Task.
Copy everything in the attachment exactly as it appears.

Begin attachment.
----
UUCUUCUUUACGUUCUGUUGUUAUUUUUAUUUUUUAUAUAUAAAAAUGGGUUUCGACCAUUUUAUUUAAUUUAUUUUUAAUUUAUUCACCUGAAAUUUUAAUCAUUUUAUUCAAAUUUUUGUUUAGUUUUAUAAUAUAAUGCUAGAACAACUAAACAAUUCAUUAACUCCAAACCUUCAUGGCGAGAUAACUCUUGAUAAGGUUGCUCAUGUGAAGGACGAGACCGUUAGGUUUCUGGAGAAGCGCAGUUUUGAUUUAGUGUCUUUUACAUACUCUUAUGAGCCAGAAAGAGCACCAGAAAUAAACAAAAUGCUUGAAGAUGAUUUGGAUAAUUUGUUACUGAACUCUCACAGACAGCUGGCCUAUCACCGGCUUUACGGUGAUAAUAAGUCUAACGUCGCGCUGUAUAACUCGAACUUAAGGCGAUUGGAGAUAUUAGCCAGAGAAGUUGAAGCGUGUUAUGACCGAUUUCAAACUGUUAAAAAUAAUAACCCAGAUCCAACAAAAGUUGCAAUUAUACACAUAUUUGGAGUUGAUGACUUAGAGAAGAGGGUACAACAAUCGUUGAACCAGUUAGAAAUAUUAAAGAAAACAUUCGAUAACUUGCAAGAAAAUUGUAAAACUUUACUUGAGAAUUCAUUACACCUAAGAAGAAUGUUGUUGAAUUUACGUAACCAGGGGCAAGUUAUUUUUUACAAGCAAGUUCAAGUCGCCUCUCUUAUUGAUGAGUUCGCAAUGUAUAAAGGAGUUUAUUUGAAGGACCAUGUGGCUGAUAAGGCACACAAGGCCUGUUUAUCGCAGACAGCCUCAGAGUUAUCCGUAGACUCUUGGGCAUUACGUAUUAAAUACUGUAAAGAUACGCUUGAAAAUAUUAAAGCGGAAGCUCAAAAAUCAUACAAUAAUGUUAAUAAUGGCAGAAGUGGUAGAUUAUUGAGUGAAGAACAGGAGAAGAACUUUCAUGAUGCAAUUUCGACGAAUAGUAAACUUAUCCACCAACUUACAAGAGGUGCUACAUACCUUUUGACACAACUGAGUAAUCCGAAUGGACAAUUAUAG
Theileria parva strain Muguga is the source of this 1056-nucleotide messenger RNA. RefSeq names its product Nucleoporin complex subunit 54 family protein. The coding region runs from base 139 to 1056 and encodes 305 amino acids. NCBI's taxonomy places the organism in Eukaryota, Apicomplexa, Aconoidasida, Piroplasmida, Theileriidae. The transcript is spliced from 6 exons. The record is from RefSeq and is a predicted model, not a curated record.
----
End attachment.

UUCUUCUUUACGUUCUGUUGUUAUUUUUAUUUUUUAUAUAUAAAAAUGGGUUUCGACCAUUUUAUUUAAUUUAUUUUUAAUUUAUUCACCUGAAAUUUUAAUCAUUUUAUUCAAAUUUUUGUUUAGUUUUAUAAUAUAAUGCUAGAACAACUAAACAAUUCAUUAACUCCAAACCUUCAUGGCGAGAUAACUCUUGAUAAGGUUGCUCAUGUGAAGGACGAGACCGUUAGGUUUCUGGAGAAGCGCAGUUUUGAUUUAGUGUCUUUUACAUACUCUUAUGAGCCAGAAAGAGCACCAGAAAUAAACAAAAUGCUUGAAGAUGAUUUGGAUAAUUUGUUACUGAACUCUCACAGACAGCUGGCCUAUCACCGGCUUUACGGUGAUAAUAAGUCUAACGUCGCGCUGUAUAACUCGAACUUAAGGCGAUUGGAGAUAUUAGCCAGAGAAGUUGAAGCGUGUUAUGACCGAUUUCAAACUGUUAAAAAUAAUAACCCAGAUCCAACAAAAGUUGCAAUUAUACACAUAUUUGGAGUUGAUGACUUAGAGAAGAGGGUACAACAAUCGUUGAACCAGUUAGAAAUAUUAAAGAAAACAUUCGAUAACUUGCAAGAAAAUUGUAAAACUUUACUUGAGAAUUCAUUACACCUAAGAAGAAUGUUGUUGAAUUUACGUAACCAGGGGCAAGUUAUUUUUUACAAGCAAGUUCAAGUCGCCUCUCUUAUUGAUGAGUUCGCAAUGUAUAAAGGAGUUUAUUUGAAGGACCAUGUGGCUGAUAAGGCACACAAGGCCUGUUUAUCGCAGACAGCCUCAGAGUUAUCCGUAGACUCUUGGGCAUUACGUAUUAAAUACUGUAAAGAUACGCUUGAAAAUAUUAAAGCGGAAGCUCAAAAAUCAUACAAUAAUGUUAAUAAUGGCAGAAGUGGUAGAUUAUUGAGUGAAGAACAGGAGAAGAACUUUCAUGAUGCAAUUUCGACGAAUAGUAAACUUAUCCACCAACUUACAAGAGGUGCUACAUACCUUUUGACACAACUGAGUAAUCCGAAUGGACAAUUAUAG
Theileria parva strain Muguga is the source of this 1056-nucleotide messenger RNA. RefSeq names its product Nucleoporin complex subunit 54 family protein. The coding region runs from base 139 to 1056 and encodes 305 amino acids. NCBI's taxonomy places the organism in Eukaryota, Apicomplexa, Aconoidasida, Piroplasmida, Theileriidae. The transcript is spliced from 6 exons. The record is from RefSeq and is a predicted model, not a curated record.